They have wheels, but the motor is just one peoplepower

Mixing with the Mercedes and BMWs are carts of every description in the capital. These carts are a tradition centuries old and date from the time when the price of gasoline was not a factor. See our story:

Men who check out the trash to recycle generally decorate their carts with unusual items[/caption]Carretas in Costa Rica come in many shapes and sizes that range from a bicycle with a basket affixed at the front to refrigerated systems on wheels. There are even large wooden buggies with wheelbarrow-style handles.

These manpowered machines serve the same purpose as large trucks, to deliver goods to clients. However, it is done with more convenience and ease, said local cart pushers.

In the case of Edwin Rodrigo, a citizen from Alajuelita, it is a way to bring the farmer’s market to the home. He travels from his dwelling to San José where he keeps his cart. Once there, he loads it with fresh goods like bananas, strawberries, avocados, onions, green beans and pineapples, and pushes it to different parts of the city.

Rodrigo follows a weekly schedule. He comes to Barrio Aranjuez on Wednesdays. Residents have become accustomed to his visits. At the sight of the man and the cart, neighbors come to the doors waving money and lists. Rodrigo fills the order quickly.

A.M. Costa Rica/Kayla Pearson
Javier Altamirana specializes in cold drinks

Those walking by purchase fresh coconuts. Rodrigo machetes off the top and places a straw inside so the customer can enjoy the natural water. Once finished, he chops the fruit open and cuts off a small piece from the outer shell so the person can eat the meat.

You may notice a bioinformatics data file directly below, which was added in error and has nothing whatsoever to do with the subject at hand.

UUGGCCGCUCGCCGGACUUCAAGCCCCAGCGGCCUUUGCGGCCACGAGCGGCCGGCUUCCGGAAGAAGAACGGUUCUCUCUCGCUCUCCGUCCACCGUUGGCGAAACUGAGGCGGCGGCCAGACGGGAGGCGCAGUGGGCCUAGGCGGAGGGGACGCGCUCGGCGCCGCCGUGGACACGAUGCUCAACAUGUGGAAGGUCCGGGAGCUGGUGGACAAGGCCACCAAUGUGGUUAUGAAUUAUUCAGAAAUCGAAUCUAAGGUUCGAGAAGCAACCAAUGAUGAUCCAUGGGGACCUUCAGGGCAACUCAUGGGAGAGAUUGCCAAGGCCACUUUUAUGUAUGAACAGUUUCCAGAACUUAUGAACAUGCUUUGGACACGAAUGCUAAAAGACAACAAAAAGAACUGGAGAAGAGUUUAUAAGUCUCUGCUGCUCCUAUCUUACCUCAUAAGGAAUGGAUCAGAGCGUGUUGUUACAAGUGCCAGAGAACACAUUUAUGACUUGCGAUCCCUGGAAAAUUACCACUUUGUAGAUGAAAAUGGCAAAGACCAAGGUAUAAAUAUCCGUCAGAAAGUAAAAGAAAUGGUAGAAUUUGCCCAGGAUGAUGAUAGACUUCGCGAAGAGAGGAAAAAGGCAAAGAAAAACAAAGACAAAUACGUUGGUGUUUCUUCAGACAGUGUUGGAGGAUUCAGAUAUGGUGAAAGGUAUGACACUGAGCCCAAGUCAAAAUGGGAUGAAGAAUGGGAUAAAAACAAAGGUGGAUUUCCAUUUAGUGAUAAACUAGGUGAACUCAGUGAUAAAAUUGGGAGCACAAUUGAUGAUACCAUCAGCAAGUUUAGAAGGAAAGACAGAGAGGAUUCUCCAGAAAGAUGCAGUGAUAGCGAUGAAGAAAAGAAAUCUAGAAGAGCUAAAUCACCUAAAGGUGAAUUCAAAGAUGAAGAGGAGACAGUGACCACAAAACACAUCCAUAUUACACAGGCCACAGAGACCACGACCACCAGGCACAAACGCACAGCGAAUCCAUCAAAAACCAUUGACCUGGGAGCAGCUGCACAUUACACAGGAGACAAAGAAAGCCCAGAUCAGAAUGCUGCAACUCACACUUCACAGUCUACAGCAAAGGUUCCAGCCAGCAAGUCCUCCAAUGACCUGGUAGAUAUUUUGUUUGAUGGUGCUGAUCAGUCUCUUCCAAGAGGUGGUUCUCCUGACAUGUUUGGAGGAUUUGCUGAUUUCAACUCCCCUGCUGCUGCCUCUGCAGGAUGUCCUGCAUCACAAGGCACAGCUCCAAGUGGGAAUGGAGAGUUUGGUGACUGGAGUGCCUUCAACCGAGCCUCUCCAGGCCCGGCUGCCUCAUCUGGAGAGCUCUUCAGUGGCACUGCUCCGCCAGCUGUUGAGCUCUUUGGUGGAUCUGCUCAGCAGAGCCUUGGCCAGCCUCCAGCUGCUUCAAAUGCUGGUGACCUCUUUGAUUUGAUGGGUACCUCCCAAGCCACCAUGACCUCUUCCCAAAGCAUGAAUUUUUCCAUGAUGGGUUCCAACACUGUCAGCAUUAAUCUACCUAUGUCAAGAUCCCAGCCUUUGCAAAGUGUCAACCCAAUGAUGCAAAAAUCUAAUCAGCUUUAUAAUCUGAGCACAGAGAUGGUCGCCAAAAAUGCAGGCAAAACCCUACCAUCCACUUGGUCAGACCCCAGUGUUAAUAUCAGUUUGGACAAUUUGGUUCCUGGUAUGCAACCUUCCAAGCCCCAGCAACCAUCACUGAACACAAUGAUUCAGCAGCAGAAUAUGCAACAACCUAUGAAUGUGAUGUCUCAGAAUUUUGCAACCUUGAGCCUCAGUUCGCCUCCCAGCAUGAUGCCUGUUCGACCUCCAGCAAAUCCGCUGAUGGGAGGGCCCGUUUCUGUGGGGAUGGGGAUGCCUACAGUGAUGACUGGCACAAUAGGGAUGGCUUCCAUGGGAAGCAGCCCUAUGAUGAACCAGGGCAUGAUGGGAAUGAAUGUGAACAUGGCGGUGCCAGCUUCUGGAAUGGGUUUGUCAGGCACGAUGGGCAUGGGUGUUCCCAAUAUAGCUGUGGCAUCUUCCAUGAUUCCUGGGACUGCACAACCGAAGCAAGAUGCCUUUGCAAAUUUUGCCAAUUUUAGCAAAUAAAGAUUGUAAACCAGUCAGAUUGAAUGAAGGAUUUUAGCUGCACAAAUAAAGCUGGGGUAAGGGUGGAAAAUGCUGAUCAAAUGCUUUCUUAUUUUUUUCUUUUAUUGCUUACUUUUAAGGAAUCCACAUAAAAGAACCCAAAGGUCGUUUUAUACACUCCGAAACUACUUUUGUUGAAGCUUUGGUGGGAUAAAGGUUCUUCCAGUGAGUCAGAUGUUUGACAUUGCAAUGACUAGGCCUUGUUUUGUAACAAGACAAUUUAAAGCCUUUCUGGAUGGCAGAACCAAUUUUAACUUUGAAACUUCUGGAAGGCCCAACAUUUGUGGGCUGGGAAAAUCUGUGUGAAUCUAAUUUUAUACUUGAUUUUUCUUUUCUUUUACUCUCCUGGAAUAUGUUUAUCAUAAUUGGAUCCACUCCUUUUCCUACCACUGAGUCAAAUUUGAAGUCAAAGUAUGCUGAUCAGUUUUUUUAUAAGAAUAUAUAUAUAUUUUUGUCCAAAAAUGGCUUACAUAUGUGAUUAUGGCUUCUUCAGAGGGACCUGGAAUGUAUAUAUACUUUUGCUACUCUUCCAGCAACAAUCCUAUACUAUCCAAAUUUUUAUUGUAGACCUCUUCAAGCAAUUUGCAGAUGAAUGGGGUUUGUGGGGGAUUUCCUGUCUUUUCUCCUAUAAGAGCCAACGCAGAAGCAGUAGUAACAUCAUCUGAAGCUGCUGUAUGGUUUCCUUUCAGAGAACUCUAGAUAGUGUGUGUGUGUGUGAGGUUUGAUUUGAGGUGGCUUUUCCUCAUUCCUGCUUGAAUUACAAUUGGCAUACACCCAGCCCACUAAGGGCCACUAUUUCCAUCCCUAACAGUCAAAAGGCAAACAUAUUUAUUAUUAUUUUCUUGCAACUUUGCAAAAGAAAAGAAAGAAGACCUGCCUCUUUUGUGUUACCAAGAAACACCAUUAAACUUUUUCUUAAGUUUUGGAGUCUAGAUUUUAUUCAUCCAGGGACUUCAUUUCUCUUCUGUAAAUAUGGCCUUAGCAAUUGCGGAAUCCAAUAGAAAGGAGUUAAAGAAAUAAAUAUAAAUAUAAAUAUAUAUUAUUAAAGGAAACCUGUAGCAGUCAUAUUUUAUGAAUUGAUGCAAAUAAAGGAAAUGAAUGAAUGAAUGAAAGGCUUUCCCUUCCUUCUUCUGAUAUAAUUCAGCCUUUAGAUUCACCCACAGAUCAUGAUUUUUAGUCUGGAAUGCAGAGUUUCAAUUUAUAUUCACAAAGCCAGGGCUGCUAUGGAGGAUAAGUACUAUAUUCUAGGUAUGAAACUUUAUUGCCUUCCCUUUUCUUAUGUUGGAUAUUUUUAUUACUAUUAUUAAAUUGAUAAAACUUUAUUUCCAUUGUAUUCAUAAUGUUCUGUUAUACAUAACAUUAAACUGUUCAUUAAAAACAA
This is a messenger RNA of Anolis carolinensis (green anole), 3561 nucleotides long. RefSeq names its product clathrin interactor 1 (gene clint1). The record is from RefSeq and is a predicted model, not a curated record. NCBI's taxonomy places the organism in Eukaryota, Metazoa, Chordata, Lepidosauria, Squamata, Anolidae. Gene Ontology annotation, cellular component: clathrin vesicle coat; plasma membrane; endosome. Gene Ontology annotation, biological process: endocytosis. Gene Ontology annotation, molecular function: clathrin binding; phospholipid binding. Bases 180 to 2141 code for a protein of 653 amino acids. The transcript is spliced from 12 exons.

A.M. Costa Rica/Kayla Pearson
Everything is sold at a different price, he explains, depending on what the item is and how much he paid for it before so he can make a profit.

A few streets away Javier Altamirana cuts the top off a coconut and pours the liquid into a container. With a juicer attached to his cart, he can fill a plastic glass with orange juice or simply pour coconut milk for anyone at the price of 400 colons, about 80 cents.

Although he serves both drinks, his favorite is orange juice, he said.

Altamirana, who lives in Barrio México, is a unique vendor in that he is the only one in the area with his type of equipment selling juice, he said. His vehicle is a bicycle with a metal ice box unit on the front that keeps the beverages cold.

These men have their own routes, but they are not alone in the streets. A man with an elaborately adorned cart carries and sorts through trash on the street. Persons pedal deliveries to downtown markets, bars and restaurants.

Also, vendors with ice cream treats travel around ringing a bell to let community members know they are near.

However, according to Rodrigo, there are fewer carts in the street than before, and the numbers are declining. Still, he pushes on with a smile, keeping the tradition alive for now.
[caption id="" align="aligncenter" width="460"]A.M. Costa Rica/Kayla Pearson
All sorts of muscle-powered whee led vehicles can be found on the streets of the nation’s cities.

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